The World of Atom (Part V)



Chapter 21: Atoms and Electricity (Michael Faraday 1791 – 1867)

Newton’s abhorrence of action at a distance led Faraday to introduce the concept of a field of force in space, such as the one around a magnet. He viewed the field as tubes of force and explained the phenomenon of induction as follows: “Whenever tubes of force are cut by a conductor, current flows in the conductor; the faster the tubes are cut, the greater the electromotive force that is induced in the conductor.” Faraday began a series of experiments in electrochemistry and described electricity as the energy that loosens from matter and moves around carrying its chemical force. It is equivalent to the particles separated.

Chapter 22: Electromagnetic Theory (James Clerk Maxwell 1831 – 1879)

Maxwell pointed out that the interaction of charged bodies with the surrounding medium could not be disregarded. He assumed the existence of an electromagnetic field of force in space, which was composed of ethereal substance. This substance has a small but finite density. It has kinetic energy by motion, and potential energy by elasticity. The propagation of waves occurred because there was a continuous alternate transformation between these two forms of energy. Maxwell used experimental data of induction between electrical and magnetic fields. He had to overcome the idea of electric current being always associated with a conductor. He calls the changing electric field between two condenser plates a displacement current and states that it is measured by the rate at which the electric field is changing. With this innovation Maxwell was able to write down a set of equations for the electromagnetic field in which the electric field and the magnetic field enter in a symmetrical way. From these equations he derived a single wave equation that describes the way electromagnetic field is propagated. Maxwell’s theory explains how the atom absorbs and emits radiation.

Chapter 23: Cathode Rays – A “Fourth State of Matter” (William Crookes 1832 – 1919)

William Crookes studied the nature of electric current as it left a conductor into a vacuum, as “cathode rays.” It radiated out perpendicular to the surface of the cathode in straight line. It generated impact as demonstrated by rotation of leaves of a radiometer. This radiation is laminar as the “rays” do not cross each other. It produces sharp shadows. Focusing of these rays produces heating effects. The cathode rays are also deflected in the presence of a magnet, but this deflection decreases with increasing exhaustion of the tube.

Chapter 24: A Remarkable Regularity in the Hydrogen Spectrum (Johann Jacob Balmer 1825 – 1898)

Balmer produced a mathematical formula that correctly gave the wavelengths of the spectral lines of the hydrogen atom. Balmer’s discovery was generalized by the “Ritz combination principle” as follows: “For any atom there exist a characteristic sequence of numerical terms such that the frequency of any line in the spectrum of this atom can be expressed as the differences of other lines in the spectrum.” This remarkable sequence, which stemmed from the basic work of Balmer, was of great importance in leading finally to the Bohr model of the atom.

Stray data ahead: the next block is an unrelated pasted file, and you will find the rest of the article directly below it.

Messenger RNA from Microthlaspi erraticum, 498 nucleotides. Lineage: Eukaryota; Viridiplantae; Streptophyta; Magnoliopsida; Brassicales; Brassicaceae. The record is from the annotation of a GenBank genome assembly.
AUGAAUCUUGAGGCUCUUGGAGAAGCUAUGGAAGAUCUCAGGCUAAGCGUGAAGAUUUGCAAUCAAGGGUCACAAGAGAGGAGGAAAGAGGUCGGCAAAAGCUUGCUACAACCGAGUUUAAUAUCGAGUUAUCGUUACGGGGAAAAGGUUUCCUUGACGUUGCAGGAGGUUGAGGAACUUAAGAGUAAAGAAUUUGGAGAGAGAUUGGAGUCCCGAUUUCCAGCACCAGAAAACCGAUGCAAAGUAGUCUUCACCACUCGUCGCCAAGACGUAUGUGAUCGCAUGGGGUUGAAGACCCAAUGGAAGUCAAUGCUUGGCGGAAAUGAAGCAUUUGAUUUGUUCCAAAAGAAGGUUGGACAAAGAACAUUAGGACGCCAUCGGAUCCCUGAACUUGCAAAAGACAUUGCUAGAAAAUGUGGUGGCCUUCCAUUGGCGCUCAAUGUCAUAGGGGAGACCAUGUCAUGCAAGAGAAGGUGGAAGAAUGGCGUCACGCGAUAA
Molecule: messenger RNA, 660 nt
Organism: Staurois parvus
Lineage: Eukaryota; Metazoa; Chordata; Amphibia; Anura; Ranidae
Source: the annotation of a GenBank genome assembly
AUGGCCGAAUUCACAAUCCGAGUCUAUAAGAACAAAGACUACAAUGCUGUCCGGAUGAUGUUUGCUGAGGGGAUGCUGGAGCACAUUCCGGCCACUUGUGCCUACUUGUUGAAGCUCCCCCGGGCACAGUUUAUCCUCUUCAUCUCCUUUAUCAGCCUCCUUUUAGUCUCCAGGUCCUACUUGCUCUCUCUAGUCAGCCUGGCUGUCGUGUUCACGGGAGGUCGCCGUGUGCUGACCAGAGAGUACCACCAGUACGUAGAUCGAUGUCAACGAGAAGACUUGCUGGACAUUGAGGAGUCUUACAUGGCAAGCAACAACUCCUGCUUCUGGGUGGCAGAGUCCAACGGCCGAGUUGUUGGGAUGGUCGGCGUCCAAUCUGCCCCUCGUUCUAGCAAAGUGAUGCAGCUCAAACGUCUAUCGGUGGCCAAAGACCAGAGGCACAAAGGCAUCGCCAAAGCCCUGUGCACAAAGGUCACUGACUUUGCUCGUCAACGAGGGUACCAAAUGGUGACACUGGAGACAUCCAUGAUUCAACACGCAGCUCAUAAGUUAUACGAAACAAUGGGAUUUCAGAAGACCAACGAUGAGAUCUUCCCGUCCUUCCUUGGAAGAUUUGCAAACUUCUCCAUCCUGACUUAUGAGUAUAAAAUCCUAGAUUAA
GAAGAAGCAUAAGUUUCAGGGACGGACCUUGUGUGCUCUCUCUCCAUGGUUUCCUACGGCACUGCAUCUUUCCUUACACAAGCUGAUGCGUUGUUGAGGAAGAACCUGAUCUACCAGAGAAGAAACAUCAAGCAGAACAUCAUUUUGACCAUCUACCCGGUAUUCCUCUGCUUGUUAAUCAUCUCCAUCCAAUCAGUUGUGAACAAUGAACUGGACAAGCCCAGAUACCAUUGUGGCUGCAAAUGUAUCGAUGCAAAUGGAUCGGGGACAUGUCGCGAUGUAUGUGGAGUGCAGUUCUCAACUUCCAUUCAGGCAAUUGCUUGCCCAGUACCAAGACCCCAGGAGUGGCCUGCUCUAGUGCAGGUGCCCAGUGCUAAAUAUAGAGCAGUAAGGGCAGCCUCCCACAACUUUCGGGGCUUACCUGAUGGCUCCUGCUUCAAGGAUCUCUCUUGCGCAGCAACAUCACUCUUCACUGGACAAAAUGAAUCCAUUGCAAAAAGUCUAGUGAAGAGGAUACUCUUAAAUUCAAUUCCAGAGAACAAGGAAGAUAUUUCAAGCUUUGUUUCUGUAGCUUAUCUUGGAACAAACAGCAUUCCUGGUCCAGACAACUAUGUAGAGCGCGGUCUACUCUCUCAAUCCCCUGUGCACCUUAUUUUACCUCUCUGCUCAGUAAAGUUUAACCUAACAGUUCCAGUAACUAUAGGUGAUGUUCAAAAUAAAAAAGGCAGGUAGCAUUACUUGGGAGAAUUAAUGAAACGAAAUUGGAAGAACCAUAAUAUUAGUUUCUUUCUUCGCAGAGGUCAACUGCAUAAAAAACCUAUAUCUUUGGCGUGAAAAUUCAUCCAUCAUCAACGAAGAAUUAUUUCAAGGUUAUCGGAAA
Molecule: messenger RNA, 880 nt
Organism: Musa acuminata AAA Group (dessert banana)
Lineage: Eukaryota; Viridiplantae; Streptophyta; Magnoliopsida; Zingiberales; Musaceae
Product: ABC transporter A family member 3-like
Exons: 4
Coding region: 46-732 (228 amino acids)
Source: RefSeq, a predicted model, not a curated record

Chapter 25: The Luminiferous Ether Receives a Mortal Blow (Albert A. Michelson 1852 – 1931, Edward W. Morley 1838 – 1923)

The phenomenon of the aberration of starlight conflicted with the theory that light is a disturbance in the medium of ether. Fizeau’s experiment showed small increase in the speed of light in moving transparent bodies. This was cited as a confirmation of Fresnel’s concept of “ether drag” and as a proof for the existence of ether. Michelson-Morley’s experiment of 1887 demonstrated that if there be any relative motion between the earth and the luminiferous aether, it must be small; quite small enough entirely to refute Fresnel’s concept of “ether drag.” It raised the question about the real nature of light.



  1. There are electric and magnetic fields of force in space.
  2. Electric field induces magnetic field and vice versa.
  3. Electricity is energy that loosens from matter and moves around carrying its chemical force.
  4. The electromagnetic field of force in space is a form of substance.
  5. This substance has motion and elasticity, example of which is light.
  6. Atoms emit and absorb electromagnetic radiation.
  7. The electric current radiates out into vacuum as cathode rays.
  8. The cathode rays have consistency and momentum.
  9. The cathode rays travel in straight lines, and they are laminar in flow.
  10. The regularity of atomic structure is visible in the atomic spectra.
  11. Light is electromagnetic substance and not a disturbance in some ethereal medium.

Charge within the atom acts as the transitional phase between its nuclear mass and surrounding energy. It is responsible for the chemical force that locks atoms together. It can flow out into vacuum as cathode rays. Atoms extend out in space as electromagnetic vortex of energy and force that fills the space. The regularity of atomic structure is visible in atomic spectra that is produced when atoms absorb and emit electromagnetic radiation, such as light. Light is electromagnetic substance and not a disturbance in some ethereal medium.


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